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Daniel Dunne, APR

Daniel Dunne, APR


The month of September was full of exciting chapter activities and events. In addition to serving as a sponsor of the Mid-Atlantic Marketing Summit, which was attended by several chapter members, many had the opportunity to learn new photography skills at the Photo Safari in Fells Point (September 14), led by photographer-extraordinaire Harry Bosk of Harry Bosk PR & Photography. We also appreciated the public relations team at Planit hosting an informative discussion on September 22, regarding how to successfully pivot your PR strategy when traditional pitching isn’t effectively securing coverage for clients. The month of October will be equally exciting with a “Coffee with Vitamin” on October 5, which will focus on ways to navigating difficult conversations with the media. Additionally, on October 13, you have the unique opportunity to attend a presentation on how one of America’s top secret agencies (CIA) uses the world’s most public communications channels (social media).

One important goal for the chapter has been to shine a bright light on Baltimore’s finest communication professionals at the Best in Maryland (BIM) Gala and Holiday Party on December 8, 2016. Now is your perfect opportunity to make this vision come true and nominate someone for any one of the five professional awards. This is sure to be one of the chapter’s highlight events of the year, so take advantage of the opportunity to check out the application, past winners and more details at PRSA MD Professional Awards. Our deadline is October 15, 2016.

Each week, PRSA MD members are faced with having to address difficult and challenging situations. The expertise provided by communications professionals in these circumstances is invaluable and provides some important lessons. Here is an example:

A local television reporter calls — just what you were hoping would not occur just a few days into your role providing communication support for a potential community health threat. You were doing such a solid job of providing initial internal communication support (e.g., crafting a communication timeline, developing talking points and letters), but now a news media representative has learned about the potential health risk from a Facebook post, and the situation appears to be headed for the 11:00 p.m., news. People in your organization who have responsibility for managing this issue are concerned…what should you do? Should you email the reporter a media statement crafted the day before? Or, should you immediately request to go on-camera to share the information available at that time? Or, should you not respond to the inquiry and hope the reporter does not call back?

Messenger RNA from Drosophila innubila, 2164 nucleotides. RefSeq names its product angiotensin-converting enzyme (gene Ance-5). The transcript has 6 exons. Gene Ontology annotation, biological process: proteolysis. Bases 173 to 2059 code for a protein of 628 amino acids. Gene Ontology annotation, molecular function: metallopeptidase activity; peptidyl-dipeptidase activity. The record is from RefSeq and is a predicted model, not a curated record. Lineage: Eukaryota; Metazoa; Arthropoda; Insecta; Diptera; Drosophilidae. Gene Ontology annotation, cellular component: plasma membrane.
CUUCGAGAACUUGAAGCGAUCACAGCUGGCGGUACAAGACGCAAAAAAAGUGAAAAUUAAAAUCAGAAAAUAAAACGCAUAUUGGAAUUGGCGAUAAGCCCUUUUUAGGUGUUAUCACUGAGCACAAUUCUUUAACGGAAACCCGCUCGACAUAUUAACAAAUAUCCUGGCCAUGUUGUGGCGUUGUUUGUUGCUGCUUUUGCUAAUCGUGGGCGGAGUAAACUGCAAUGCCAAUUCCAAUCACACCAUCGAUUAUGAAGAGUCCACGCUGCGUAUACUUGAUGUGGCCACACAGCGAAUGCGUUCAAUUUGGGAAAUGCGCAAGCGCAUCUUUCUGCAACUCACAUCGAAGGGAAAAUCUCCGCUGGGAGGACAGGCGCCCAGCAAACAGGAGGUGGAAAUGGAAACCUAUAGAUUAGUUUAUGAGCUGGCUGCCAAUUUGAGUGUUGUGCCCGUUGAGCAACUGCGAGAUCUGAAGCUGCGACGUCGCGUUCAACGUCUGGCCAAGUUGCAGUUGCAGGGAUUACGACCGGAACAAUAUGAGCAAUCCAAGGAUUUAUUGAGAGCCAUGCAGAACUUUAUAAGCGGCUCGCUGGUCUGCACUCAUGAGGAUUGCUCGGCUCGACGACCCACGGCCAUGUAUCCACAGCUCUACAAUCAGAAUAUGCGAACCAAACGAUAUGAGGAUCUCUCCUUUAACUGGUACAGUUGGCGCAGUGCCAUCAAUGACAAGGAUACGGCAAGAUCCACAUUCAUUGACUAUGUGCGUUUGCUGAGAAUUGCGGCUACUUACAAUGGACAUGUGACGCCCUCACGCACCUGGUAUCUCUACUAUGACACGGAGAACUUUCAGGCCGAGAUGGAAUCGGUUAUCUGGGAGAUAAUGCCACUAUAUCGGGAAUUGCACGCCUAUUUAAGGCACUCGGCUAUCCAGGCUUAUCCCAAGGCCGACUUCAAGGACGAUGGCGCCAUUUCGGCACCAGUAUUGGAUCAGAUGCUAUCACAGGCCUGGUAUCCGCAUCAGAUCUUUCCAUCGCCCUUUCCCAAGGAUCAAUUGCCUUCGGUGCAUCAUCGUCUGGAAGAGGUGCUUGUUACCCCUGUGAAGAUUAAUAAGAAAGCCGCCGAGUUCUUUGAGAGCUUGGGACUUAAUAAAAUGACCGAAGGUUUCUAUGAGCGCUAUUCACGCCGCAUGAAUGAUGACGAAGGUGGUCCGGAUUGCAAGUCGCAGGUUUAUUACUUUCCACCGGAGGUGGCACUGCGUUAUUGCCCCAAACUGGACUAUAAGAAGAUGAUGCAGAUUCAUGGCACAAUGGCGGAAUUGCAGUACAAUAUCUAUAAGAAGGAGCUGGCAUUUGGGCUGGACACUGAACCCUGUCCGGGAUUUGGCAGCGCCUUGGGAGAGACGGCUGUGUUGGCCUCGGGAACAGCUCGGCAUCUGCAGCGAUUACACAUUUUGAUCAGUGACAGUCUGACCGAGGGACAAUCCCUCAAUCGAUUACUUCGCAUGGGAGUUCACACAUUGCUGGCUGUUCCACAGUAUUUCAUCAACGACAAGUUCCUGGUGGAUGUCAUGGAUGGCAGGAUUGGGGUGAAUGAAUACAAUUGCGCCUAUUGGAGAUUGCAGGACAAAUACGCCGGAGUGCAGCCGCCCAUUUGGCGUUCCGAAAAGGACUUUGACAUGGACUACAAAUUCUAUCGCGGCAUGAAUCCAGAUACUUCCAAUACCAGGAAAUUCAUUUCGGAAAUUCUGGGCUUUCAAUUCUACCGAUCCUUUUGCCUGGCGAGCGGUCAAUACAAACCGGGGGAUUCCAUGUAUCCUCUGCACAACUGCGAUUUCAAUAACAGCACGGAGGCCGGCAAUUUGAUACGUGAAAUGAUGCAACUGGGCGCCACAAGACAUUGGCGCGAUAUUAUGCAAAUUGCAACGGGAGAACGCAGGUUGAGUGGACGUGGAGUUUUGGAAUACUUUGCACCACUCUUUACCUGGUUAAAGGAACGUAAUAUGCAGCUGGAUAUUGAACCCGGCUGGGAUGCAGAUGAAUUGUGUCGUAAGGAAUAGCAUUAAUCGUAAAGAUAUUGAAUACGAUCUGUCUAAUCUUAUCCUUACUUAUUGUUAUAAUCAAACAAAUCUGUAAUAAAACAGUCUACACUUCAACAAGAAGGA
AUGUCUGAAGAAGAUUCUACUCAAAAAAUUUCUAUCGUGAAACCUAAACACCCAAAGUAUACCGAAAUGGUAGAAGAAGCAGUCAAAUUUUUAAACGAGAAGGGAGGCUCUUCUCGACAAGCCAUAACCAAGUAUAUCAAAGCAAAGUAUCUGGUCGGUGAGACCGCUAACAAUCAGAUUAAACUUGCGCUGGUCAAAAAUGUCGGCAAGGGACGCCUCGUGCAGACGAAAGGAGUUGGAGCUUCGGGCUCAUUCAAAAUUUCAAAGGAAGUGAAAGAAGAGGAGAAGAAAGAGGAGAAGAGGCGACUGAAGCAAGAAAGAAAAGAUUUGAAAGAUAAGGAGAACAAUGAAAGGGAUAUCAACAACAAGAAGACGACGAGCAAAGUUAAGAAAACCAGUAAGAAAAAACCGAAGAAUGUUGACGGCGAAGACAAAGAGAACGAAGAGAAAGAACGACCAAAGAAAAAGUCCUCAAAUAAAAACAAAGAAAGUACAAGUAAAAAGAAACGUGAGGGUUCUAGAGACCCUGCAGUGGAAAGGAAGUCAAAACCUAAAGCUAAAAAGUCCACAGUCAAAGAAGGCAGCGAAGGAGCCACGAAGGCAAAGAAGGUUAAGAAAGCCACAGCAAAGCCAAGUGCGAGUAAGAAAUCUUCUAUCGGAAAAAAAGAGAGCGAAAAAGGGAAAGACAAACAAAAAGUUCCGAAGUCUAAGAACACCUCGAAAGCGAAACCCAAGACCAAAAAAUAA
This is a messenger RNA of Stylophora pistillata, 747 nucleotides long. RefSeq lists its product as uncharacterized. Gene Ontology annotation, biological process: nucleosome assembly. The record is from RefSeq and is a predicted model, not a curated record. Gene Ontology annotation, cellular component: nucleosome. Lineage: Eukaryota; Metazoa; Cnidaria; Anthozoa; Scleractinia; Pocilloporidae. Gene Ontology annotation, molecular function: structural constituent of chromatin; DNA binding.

You elect to gain additional facts about the situation and call the reporter to share your prepared statement. During the discussion, you broaden your response to point out that the potential health concern is receiving priority attention, the welfare of those who could be affected is assured, and the initial Facebook post was misleading. You emphasize how no indications to date reflect an existing health-risk to the public (contrary to the social media comment) and that further analysis is necessary before any definitive conclusions can be drawn. The reporter acts surprised to hear these facts, leaving the impression that she believes much more has been involved. After your conversation, it appears that she will not pursue her potential news report (at this time, and unless circumstances change). Still, you monitor news reports the next few days; no stories appear.

You are engulfed in providing additional communication support for about another week, and then this situation is resolved without incident. The precautionary steps taken in addressing the health matter were successful, and there is no need to provide official notification of any community health risks.

This incident demonstrates three key communication lessons:

  • Initial Communication. As events initially unfolded, it became critical to establish an ongoing incident timeline for future reference. It also was necessary in this timeline to note the type (e.g., email, telephone conversation) and sequence for specific communications as they unfolded. This strategy was vital in helping guide incident responses, as well as reflecting to internal and external stakeholders the immediate and appropriate steps being taken to address the situation.
  • Reporter Conversation: If a media statement simply had been emailed to the reporter, there would have been a strong possibility that her story might become a reality. One of the main reasons why is because outside sources were providing her information that exaggerated the situation. By engaging in a conversation about the issues raised, the reporter gained not only a more balanced and greater understanding of the situation, but also an appreciation for the communication transparency.
  • Strategic Communication Impact: If the situation being addressed had received publicity, the entire communication dynamic would have changed. A significant amount of time would have been needed to respond to various internal and external stakeholders’ reactions to this news report – which would have heightened anxieties about a situation not yet determined to be an actual health concern. Investing in targeted “front-end” communications prevented the need to address a variety of presumption-based issues.

Dan Dunne, APR
President, PRSA MD

–Industry News